The Australian Energy Market Commission (AEMC) will press ahead with plans to let large customers trade their energy use in the national electricity market recognising it is a landmark reform that must be prioritised, even with COVID-19.
AEMC CEO, Benn Barr, said the commission considered requests to delay this reform but decided to keep moving forward.
“Despite COVID, we still need to keep prices down, keep the market working efficiently and work to lower emissions in the energy sector,” Barr said.
This reform, which is known as the Wholesale Demand Response Mechanism (WDRM), encourages large customers to reduce their electricity consumption in the short-term in response to wholesale market price signals.
It works by scheduling this demand into the market in the same way an electricity generator’s supply would be scheduled in.
This new way of operating recognises that not using electricity should routinely attract a market value and creates another tool to help balance energy supply and demand.
It is potentially a much cheaper way to address sudden spikes in demand than sources of peaking generation such as gas or pumped hydro. In effect, it is an affordable new tool for managing energy security and reliability.
It is also important because it is a stepping-stone to Australia achieving a two-sided energy market – where all consumers (large and small) would be able to fully participate by actively trading their energy use as a valuable commodity.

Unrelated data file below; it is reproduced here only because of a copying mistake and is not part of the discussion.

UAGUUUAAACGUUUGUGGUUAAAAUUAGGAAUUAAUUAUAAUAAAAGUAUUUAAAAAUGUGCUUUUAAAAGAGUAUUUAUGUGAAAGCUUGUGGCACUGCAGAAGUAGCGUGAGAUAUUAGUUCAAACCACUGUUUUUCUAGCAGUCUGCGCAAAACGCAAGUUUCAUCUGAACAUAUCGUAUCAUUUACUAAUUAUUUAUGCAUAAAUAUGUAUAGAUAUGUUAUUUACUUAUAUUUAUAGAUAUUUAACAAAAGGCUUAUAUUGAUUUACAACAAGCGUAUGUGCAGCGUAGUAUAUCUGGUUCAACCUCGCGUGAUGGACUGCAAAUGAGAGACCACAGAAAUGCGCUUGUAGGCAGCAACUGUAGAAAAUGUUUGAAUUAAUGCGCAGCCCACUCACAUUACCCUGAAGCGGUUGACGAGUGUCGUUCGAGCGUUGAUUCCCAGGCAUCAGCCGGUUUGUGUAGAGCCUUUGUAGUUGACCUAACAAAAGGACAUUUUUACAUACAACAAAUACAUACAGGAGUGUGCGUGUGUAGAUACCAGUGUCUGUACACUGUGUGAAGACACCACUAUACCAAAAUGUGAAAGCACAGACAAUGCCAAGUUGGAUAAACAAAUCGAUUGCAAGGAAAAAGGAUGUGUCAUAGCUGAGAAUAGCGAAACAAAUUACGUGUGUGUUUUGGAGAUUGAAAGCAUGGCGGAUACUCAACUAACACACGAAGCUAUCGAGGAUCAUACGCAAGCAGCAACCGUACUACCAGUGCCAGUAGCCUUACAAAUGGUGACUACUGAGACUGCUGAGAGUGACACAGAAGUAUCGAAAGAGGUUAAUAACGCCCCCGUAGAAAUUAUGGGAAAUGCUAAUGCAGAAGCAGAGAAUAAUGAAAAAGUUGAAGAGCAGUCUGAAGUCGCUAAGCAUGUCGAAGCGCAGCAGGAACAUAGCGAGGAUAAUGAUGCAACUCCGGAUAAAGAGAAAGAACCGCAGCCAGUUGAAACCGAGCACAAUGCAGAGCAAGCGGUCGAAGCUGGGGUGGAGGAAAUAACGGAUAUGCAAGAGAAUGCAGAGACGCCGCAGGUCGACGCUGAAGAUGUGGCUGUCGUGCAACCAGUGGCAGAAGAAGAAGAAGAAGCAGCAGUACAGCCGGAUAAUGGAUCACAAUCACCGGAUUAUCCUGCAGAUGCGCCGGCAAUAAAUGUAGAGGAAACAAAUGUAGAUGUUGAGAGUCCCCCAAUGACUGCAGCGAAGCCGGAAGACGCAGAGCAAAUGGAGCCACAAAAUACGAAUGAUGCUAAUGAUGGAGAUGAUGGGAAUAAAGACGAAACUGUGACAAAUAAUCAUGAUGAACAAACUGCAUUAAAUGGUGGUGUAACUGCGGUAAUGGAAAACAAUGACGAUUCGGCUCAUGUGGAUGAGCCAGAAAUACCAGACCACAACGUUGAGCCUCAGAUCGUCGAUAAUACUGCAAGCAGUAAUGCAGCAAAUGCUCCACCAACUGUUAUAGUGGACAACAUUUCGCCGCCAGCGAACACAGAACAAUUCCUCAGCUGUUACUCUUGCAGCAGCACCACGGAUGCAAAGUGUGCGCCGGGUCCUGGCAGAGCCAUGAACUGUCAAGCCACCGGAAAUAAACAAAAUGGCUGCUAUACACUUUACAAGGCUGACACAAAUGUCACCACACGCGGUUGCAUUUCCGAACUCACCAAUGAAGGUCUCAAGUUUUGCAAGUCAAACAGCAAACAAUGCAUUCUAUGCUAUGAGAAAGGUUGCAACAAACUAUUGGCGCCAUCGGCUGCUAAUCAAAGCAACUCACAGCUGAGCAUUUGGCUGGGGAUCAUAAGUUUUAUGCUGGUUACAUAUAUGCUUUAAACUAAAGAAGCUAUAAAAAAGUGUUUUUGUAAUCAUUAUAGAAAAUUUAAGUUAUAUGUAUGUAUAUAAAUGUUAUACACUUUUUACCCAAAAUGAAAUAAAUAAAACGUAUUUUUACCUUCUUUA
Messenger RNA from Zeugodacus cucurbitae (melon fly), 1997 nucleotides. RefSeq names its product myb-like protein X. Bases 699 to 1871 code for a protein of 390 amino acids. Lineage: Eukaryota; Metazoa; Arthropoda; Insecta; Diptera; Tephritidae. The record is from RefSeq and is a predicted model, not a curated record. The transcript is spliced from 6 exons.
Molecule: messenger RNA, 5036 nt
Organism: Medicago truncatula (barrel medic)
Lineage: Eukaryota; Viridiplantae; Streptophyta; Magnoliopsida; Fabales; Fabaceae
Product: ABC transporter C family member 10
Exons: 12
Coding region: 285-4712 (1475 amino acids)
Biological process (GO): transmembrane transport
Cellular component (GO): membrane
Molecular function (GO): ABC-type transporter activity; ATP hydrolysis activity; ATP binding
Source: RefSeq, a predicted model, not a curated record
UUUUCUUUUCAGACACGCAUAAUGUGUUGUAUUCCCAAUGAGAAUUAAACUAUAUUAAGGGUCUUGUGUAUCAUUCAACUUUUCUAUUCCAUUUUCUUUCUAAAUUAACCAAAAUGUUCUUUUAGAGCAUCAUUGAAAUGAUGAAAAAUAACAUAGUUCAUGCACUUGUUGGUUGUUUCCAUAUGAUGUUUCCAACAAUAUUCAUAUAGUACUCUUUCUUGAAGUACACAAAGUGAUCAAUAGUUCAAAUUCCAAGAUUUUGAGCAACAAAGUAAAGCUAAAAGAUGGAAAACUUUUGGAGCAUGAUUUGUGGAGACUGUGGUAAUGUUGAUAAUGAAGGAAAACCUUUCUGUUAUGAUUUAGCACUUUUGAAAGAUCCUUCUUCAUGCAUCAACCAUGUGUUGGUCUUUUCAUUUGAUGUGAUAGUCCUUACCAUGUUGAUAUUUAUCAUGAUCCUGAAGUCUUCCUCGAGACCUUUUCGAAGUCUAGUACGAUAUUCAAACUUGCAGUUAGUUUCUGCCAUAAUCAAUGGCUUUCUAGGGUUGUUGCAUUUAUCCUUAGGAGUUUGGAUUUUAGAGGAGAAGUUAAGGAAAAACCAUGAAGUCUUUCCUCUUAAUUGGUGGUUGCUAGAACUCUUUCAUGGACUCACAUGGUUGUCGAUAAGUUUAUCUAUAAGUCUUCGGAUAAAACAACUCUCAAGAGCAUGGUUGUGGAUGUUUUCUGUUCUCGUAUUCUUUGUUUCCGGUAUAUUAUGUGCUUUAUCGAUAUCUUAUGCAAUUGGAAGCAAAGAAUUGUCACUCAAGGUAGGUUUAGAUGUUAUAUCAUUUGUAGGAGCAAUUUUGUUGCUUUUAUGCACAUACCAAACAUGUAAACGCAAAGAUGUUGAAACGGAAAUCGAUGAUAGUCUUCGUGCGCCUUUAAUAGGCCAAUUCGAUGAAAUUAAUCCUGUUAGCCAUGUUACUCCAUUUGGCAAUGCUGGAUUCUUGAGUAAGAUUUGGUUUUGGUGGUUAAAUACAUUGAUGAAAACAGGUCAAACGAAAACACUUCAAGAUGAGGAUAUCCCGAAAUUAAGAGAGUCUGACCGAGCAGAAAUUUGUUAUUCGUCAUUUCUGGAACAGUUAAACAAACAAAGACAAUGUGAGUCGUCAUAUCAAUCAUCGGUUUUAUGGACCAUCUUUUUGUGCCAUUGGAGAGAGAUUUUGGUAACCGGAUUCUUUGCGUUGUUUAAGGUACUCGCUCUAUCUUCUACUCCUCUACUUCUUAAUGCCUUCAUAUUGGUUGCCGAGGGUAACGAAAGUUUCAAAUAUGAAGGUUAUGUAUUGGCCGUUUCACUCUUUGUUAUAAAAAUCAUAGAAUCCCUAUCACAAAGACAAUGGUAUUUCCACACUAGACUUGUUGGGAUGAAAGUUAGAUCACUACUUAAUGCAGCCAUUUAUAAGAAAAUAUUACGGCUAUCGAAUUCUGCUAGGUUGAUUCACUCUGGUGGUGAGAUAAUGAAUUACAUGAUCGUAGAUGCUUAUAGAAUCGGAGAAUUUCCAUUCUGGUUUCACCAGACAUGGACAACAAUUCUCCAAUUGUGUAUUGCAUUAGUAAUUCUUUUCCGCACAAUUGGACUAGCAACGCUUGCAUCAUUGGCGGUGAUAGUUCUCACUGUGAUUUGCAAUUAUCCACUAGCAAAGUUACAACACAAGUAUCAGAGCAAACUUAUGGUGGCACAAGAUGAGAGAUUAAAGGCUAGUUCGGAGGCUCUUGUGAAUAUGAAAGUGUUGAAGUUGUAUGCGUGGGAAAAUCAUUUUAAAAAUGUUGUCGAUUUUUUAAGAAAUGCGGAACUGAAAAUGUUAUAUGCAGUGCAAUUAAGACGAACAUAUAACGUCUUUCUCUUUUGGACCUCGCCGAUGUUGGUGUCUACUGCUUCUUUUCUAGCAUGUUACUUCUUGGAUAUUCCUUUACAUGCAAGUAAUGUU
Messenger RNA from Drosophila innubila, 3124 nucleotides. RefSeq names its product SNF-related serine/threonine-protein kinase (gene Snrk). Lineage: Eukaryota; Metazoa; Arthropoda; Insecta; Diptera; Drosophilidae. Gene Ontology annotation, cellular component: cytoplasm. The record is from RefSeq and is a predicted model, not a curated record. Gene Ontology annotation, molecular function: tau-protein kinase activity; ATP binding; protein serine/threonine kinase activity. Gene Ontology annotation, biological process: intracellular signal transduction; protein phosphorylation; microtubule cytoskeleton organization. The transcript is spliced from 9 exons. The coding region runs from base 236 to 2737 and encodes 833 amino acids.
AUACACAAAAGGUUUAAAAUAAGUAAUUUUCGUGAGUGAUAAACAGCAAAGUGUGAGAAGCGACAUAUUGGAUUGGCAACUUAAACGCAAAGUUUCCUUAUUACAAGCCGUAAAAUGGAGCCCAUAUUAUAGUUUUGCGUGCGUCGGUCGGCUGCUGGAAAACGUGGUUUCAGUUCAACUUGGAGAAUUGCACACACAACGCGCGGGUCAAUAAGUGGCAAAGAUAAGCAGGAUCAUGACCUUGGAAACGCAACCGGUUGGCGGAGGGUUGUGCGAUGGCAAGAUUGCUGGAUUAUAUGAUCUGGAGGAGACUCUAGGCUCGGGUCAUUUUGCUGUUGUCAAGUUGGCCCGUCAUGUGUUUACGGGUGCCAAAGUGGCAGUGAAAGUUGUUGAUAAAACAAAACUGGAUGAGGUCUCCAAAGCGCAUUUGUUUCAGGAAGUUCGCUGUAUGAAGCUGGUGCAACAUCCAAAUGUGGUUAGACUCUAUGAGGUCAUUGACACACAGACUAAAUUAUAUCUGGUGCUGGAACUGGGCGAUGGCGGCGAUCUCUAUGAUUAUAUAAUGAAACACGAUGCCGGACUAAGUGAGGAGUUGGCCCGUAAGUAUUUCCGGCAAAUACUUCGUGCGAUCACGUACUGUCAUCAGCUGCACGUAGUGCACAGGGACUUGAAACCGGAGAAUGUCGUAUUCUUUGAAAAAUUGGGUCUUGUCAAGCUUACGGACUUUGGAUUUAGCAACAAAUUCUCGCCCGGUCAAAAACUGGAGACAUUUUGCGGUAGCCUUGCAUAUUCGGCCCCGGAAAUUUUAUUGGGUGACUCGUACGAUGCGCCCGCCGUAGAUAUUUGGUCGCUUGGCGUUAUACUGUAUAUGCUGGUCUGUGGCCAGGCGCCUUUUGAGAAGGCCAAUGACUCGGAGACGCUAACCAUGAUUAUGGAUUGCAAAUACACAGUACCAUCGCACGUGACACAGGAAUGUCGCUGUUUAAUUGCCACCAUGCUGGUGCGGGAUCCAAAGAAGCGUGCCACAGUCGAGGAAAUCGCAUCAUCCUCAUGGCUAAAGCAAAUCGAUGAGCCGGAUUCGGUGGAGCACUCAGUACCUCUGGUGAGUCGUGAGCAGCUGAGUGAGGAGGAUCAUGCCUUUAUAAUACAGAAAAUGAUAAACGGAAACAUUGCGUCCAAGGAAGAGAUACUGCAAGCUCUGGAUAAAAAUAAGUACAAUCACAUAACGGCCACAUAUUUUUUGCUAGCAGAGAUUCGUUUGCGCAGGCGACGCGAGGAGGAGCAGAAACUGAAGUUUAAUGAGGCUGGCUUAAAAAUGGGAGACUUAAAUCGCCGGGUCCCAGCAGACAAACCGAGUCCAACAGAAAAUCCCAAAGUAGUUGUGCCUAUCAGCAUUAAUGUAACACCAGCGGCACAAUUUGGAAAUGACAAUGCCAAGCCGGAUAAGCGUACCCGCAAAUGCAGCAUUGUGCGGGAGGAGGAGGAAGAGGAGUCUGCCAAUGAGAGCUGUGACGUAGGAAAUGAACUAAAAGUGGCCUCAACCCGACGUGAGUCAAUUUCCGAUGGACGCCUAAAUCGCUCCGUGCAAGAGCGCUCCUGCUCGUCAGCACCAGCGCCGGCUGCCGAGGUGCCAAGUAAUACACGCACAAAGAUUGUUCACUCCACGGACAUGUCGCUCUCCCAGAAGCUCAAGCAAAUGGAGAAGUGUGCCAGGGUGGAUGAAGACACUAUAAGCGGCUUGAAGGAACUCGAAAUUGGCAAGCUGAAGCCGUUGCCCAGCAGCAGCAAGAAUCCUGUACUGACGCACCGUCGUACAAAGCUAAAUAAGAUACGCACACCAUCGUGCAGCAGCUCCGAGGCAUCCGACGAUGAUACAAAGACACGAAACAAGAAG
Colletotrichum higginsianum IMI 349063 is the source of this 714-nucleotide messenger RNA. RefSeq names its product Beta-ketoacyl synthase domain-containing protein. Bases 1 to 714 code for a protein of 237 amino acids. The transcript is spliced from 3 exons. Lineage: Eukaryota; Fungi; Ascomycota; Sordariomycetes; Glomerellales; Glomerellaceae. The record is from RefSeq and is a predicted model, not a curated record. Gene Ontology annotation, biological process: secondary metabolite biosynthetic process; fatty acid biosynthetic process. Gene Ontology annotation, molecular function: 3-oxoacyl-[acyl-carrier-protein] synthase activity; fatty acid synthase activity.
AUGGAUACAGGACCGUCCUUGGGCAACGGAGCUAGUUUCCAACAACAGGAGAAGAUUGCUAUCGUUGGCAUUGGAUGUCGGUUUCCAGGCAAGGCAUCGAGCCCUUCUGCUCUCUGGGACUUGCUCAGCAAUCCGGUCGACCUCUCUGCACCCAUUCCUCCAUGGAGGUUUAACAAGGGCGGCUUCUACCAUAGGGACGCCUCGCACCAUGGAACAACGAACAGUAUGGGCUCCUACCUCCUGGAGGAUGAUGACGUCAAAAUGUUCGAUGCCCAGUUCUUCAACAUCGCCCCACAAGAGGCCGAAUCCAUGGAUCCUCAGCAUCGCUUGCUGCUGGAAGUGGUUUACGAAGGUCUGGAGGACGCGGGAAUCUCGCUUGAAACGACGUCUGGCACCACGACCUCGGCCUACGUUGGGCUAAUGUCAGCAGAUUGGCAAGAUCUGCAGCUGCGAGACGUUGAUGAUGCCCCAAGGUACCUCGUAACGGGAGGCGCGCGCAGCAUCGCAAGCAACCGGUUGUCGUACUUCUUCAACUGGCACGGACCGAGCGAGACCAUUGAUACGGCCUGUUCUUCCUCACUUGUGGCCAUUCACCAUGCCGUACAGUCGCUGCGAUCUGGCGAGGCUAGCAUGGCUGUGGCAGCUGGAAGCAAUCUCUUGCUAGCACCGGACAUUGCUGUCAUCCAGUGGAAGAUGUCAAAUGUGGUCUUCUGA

This means the grid will eventually see much greater benefit from the distributed energy resources used by households, such as solar panels, batteries and electric vehicles.
“We are taking a sensible, stepped approach to a two-sided market by first allowing larger energy users to routinely trade their energy use in the wholesale market,” Barr said.
“Once the two-sided market is up and running, we can retire this wholesale demand response mechanism because it will no longer be needed.”
The Commission is already working on a two-sided market design as part of the Energy Security Board’s 2025 reforms. In the interim, small consumers can still take part in the numerous demand response trials being run by governments and retailers, including rebate schemes and virtual power plants.
The Commission released its draft rules on wholesale demand response in March.
Energy Efficiency Council (EEC) CEO, Luke Menzel, welcomed the decision.
“Kudos to the AEMC for pushing ahead with this crucial reform, and congratulations to the passionate advocates that have driven the conversation over the last decade,” he said.
“The hard work has paid off, and resulted in a rule change that will deliver lower energy bills for everyday Australians.”